The 2023 PTO Tour wraps up on Sunday in Singapore, and what a way to end it with a stellar field gearing up for the Asian Open.
In men, despite the absence of the US Open winner Gian Frontenothere’s a star-studded lineup that includes the deadly Norwegian duo of Christian Blumenfeld and Gustav Identhe former has already finished on two PTO podiums so far this season.
In our predictions piece below, we list the top contenders for victory, along with some dark horses to watch out for, as well as our podium picks. If you’d like to share your thoughts on who will be taking the tape in Singapore this weekend, you can share them with us on our social media channels, available by clicking here and here.
While a PTO Tour win still eludes him, Kristian Blummenfelt – second in Ibiza and third in Milwaukee already this season – can never be counted out. ‘Big Blu’, who will take the field a few days after the match at Olympic trial event in Pariswill be the odds-on favorite in Singapore despite losing to Aussie Max Neumann in the last round in Ibiza.
At the PTO Tour US Open in Milwaukee, Blummenfelt looked poised to take the win, having entered T2 in a small group, but succumbed to the cramp as Frodeno took the crown and bragging rights in what appeared to be his final race at the distance 100 km
If Blummenfelt can bounce back from his previous efforts in Paris and to a lesser extent in Milwaukee, and also figure out the bike position issues that caused him cramps in both Milwaukee and Edmonton last year at the PTO Tour Canadian Open, he will be man to beat here.
With Magnus Ditlev and the aforementioned Neumann slow to drop from the initial shortlist, the two other main contenders based on recent form are Americans Jason West and Sam Long. Both are coming off spectacular results on the field at the PTO Tour US Open, where West was second and Long fifth.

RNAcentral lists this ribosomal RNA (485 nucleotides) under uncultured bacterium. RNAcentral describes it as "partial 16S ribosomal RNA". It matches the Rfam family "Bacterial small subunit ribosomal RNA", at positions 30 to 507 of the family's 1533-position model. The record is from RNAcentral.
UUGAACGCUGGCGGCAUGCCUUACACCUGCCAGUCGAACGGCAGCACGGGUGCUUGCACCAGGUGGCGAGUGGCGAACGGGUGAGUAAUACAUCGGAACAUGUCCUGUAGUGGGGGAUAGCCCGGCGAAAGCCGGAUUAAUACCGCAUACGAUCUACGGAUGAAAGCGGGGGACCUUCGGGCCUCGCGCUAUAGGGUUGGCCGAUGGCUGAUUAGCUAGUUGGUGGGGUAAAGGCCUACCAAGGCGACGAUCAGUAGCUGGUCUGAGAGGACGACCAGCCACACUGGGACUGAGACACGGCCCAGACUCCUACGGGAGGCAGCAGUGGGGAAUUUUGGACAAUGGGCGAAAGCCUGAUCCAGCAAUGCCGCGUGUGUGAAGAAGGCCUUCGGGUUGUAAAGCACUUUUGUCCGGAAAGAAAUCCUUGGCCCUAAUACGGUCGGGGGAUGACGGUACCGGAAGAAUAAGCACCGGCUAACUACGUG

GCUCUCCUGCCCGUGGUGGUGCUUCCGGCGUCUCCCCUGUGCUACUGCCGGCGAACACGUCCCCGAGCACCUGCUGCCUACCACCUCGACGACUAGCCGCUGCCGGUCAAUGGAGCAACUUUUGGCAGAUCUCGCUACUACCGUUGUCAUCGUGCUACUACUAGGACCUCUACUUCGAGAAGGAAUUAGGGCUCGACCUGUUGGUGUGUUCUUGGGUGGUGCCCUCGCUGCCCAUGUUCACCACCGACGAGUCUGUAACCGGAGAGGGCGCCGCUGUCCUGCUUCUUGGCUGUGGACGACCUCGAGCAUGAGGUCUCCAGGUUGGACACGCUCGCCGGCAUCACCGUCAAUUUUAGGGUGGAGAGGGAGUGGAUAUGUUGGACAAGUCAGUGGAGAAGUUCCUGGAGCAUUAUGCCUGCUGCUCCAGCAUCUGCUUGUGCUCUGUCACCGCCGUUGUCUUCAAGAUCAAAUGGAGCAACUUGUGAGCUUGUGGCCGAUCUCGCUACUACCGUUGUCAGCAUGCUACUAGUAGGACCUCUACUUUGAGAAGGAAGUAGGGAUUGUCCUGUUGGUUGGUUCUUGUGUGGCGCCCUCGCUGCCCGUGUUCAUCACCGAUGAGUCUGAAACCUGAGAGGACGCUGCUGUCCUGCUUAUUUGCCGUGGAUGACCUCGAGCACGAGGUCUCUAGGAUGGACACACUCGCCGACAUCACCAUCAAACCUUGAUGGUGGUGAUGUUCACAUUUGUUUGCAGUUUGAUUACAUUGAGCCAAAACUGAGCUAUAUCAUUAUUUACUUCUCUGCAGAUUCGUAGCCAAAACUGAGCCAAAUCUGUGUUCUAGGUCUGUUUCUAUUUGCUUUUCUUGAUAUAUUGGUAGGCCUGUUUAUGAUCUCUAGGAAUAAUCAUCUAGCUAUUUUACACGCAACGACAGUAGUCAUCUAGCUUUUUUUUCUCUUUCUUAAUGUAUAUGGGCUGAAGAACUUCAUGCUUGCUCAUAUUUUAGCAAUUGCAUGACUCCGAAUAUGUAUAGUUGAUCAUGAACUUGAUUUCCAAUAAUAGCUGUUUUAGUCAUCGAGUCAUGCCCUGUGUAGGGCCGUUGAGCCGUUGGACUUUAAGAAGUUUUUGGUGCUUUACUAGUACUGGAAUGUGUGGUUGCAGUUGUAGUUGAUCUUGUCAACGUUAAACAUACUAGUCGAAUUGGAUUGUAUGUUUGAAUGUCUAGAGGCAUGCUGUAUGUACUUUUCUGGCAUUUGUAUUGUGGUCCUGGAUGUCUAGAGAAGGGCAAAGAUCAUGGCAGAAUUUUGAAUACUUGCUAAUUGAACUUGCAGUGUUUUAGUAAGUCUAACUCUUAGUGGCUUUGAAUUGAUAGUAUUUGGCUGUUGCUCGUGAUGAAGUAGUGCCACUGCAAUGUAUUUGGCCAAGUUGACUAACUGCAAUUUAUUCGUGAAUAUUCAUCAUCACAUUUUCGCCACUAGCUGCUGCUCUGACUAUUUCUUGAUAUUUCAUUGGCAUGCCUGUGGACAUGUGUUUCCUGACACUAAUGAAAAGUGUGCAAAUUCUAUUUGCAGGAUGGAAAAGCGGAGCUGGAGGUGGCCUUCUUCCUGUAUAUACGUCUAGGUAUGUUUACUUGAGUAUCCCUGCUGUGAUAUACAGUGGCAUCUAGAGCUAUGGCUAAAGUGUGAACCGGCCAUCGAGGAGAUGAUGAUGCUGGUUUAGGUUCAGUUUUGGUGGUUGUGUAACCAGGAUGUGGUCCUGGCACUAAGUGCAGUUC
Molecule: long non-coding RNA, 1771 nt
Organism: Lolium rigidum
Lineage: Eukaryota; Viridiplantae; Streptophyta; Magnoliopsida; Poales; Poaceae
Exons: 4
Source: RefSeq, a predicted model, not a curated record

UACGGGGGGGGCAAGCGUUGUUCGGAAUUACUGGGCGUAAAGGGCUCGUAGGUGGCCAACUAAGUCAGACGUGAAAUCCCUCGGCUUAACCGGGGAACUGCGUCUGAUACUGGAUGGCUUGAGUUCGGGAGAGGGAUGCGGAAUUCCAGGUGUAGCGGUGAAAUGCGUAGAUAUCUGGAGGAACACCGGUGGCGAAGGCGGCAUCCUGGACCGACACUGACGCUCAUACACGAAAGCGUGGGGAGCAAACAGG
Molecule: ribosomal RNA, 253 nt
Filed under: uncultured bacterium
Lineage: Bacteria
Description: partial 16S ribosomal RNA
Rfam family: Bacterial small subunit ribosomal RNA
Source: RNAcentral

West, in particular, enters this race as one of the heavy favorites, especially considering he just missed out on the win in Milwaukee by about 30 seconds, having dealt with an early bike mechanic that cost him valuable time. and momentum.
Long, who recently became a father, flies to Singapore with a spring in his step after welcoming his first son Leo and proving beyond doubt that he is the real deal. After receiving an unfair blow early in the season after parting ways with trainer Dr Dan Plews, Long had terrorized the domestic middle-distance fields in the US before capping off a stellar domestic season with a big result in Milwaukee.
While many of our dark horse picks for Singapore are established names, their recent form, coupled with question marks over their fitness, means they are flying under the radar coming into this weekend. In a field filled with established names, some of the biggest stars, including the reigning IRONMAN World Champion, have the ability to either blow the competition out of the water or struggle mightily.
Norway’s Iden, winner of the PTO Canadian Open last season and the Global Triathlon Awards ‘Male Triathlete of the Year’ in 2022, has had a season to forget so far in his return to short course racing. However, he could get things back on track with a strong performance at what many believe is his best distance in Singapore.
Iden, who won the IRONMAN World Championship in Kona 10 months ago, appears to still be committed to the Olympic dream, but may be forced to reconsider if his return to middle-distance racing proves much smoother than his reintroduction to short course was.